The head of a left-wing party opposed to the terms of Greece's bailout got the mandate on Tuesday to try to form a new government after an election produced a stalemate in parliament.
Alexis Tsipras, the 38-year-old head of the Radical Left Coalition, or Syriza, began coalition talks a day after conservative party leader Antonis Samaras failed to form a government.
Voters furious over years of painful budget cuts and higher taxes hammered Samaras' conservative New Democracy and socialist PASOK in Sunday's ballot. The two parties have dominated politics for the last four decades and had backed Greece's multibillion-dollar bailouts.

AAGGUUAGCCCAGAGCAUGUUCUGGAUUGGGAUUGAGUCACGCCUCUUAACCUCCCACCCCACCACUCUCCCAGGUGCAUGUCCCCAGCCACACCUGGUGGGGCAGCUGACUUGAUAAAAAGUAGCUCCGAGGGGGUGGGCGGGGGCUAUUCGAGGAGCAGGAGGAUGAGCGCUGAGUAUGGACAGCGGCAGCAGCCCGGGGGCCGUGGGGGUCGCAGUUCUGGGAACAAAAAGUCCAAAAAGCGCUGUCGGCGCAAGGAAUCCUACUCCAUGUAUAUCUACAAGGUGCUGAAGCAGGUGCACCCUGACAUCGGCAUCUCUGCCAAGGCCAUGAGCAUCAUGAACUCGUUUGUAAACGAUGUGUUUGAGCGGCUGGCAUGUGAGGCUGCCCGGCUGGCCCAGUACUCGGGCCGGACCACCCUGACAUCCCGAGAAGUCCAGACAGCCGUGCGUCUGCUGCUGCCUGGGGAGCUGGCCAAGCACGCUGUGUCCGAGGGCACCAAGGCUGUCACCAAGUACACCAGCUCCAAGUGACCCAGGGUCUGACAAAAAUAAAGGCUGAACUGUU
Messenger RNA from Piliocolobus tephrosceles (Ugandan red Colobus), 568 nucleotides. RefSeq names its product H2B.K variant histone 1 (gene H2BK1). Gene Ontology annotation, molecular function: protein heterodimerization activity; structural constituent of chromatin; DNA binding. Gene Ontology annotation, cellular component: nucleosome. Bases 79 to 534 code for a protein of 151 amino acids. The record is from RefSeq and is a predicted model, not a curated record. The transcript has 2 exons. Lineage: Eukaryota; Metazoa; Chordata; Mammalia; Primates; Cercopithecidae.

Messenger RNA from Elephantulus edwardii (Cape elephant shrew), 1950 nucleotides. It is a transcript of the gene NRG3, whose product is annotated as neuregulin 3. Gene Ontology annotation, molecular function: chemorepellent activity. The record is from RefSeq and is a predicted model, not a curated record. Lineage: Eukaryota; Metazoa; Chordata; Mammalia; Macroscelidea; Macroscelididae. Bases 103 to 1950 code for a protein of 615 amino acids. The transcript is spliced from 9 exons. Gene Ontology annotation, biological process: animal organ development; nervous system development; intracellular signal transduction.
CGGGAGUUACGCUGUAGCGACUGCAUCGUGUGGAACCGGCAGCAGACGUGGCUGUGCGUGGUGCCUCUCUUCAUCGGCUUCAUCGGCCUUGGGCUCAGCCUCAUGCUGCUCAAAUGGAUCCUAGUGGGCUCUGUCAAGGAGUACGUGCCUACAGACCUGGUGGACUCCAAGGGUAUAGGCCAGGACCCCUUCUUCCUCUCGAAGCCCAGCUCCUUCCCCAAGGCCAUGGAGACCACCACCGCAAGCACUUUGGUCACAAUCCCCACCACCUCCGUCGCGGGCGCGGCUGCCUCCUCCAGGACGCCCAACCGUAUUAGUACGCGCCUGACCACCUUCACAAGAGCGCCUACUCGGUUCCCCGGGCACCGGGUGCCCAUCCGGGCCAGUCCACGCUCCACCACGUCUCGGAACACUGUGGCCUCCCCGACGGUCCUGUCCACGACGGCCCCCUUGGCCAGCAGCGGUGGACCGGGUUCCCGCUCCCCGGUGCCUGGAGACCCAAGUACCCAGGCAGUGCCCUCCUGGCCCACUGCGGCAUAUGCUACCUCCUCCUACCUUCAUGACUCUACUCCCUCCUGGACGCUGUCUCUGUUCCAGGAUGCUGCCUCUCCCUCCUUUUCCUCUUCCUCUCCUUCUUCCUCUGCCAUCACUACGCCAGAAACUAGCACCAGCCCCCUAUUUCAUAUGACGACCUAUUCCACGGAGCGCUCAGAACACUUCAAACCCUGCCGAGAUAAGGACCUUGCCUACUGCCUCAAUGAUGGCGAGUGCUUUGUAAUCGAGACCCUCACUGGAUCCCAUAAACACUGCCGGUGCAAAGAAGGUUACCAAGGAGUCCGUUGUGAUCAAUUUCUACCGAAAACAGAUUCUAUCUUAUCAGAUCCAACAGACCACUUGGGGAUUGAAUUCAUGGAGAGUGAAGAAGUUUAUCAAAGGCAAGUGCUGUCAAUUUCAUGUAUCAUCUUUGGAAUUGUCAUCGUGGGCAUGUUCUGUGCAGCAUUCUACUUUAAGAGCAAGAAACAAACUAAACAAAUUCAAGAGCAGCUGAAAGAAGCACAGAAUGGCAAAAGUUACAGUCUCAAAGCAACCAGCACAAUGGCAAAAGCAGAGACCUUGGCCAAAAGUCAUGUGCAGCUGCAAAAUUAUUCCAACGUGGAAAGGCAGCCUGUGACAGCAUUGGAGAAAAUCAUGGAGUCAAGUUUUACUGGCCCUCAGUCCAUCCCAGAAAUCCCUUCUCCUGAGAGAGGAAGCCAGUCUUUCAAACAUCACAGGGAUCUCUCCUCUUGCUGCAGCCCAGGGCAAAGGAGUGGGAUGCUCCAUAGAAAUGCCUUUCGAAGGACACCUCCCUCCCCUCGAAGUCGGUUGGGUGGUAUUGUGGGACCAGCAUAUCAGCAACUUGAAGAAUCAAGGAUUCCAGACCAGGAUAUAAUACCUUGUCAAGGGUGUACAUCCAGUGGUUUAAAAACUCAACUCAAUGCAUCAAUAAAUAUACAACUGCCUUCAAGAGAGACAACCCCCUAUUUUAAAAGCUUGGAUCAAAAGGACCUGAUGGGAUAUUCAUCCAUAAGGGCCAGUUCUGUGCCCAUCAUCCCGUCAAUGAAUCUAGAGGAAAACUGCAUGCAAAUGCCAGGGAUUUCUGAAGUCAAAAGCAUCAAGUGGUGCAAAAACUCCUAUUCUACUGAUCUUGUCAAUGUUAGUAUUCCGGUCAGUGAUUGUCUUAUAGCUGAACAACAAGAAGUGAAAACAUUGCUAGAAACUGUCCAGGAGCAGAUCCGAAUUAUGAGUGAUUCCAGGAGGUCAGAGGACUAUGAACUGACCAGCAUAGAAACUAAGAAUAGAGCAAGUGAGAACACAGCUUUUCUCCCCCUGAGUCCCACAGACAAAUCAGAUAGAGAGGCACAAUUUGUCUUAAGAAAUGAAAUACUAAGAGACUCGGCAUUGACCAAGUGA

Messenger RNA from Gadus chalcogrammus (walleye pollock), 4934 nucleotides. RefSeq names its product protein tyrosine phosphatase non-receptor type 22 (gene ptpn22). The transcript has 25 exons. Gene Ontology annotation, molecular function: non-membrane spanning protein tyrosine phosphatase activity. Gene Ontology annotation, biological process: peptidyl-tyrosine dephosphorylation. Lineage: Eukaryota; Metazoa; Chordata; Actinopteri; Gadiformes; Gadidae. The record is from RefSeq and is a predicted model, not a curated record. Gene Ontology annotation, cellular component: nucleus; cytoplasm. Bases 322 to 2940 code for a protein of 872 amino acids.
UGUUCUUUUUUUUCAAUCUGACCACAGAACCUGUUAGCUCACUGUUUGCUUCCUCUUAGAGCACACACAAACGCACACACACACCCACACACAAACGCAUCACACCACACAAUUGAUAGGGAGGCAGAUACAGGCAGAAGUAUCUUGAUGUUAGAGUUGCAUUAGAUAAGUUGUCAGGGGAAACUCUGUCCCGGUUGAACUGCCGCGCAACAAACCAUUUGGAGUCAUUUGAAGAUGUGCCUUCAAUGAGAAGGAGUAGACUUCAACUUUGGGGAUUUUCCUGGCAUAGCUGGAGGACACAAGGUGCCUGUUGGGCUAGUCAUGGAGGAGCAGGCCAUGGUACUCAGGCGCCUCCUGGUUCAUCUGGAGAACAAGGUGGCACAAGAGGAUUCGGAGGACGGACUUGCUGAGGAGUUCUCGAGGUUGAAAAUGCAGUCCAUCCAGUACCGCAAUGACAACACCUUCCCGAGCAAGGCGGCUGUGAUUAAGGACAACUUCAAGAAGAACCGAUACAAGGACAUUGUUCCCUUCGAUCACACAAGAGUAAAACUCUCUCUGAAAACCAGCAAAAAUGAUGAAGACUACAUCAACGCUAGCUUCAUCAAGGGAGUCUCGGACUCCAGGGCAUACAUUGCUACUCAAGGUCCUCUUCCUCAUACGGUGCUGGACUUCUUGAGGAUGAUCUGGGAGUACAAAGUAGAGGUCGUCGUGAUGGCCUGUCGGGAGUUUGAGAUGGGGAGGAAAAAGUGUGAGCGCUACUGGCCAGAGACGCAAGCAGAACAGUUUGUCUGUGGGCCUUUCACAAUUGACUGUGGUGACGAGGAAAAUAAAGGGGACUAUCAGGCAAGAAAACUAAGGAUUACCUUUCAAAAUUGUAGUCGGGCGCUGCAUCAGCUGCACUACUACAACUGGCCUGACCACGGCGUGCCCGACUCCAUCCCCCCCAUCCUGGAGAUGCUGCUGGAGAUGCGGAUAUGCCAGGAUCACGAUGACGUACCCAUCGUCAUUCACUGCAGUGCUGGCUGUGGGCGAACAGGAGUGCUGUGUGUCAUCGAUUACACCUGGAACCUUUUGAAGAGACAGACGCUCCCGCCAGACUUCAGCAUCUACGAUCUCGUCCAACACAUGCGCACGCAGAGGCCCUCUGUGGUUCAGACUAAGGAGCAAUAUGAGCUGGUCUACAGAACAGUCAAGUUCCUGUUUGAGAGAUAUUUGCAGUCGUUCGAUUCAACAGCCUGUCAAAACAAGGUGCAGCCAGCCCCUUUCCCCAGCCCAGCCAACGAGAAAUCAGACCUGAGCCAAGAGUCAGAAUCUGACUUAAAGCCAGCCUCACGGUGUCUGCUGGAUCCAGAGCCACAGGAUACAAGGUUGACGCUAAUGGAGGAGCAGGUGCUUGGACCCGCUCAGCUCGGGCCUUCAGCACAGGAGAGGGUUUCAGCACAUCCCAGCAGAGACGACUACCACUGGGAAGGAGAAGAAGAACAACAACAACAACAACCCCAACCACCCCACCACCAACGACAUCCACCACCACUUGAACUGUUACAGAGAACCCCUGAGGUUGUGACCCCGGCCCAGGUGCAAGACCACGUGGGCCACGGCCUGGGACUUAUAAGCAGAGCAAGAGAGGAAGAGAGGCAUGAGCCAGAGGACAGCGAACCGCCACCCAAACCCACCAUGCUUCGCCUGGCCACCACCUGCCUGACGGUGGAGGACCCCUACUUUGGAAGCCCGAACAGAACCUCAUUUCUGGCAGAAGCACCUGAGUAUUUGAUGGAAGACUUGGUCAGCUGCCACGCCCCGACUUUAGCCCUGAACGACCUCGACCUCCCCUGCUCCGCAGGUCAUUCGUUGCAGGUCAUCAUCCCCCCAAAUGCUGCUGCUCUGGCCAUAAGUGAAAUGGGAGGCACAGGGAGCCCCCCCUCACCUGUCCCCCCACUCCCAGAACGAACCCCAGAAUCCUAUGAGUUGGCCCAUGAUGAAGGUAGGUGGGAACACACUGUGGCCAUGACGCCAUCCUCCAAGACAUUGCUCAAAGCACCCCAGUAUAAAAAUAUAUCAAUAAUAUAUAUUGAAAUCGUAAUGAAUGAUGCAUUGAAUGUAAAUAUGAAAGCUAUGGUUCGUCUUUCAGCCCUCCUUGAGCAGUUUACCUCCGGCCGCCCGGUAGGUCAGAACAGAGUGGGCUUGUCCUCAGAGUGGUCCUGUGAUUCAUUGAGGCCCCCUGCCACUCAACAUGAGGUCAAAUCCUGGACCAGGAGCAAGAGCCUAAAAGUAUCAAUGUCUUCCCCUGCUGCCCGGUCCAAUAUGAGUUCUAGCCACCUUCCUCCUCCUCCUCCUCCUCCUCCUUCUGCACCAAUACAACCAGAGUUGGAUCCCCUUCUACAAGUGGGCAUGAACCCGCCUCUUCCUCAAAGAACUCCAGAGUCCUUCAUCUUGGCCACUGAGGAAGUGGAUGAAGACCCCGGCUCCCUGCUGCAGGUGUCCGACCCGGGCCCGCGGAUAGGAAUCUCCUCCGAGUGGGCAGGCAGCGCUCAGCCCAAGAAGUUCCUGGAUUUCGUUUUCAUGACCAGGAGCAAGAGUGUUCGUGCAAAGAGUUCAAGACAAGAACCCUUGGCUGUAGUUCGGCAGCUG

No party won enough votes to form a government, leaving a coalition or new elections as the only options.
Tsipras' party came a surprise second after campaigning hard to scrap the international bailout agreements that have kept Greece afloat but also brought in harsh austerity measures. Greece is now in its fifth year of recession and unemployment has spiked to over 20%.
"This is a historic moment for the Left and the popular movement and a great responsibility for me," Tsipras said after meeting with Greek President Karolos Papoulias.
New Democracy won the election with just 18.85% of the vote, as the angry electorate scattered support to several smaller parties - ranging from moderate leftists to an extreme right party blamed for street attacks against immigrants.
The result of the elections have raised new questions about Greece's ability to stay solvent and in the euro currency bloc. Failure to reach a deal this week would trigger another general election in June.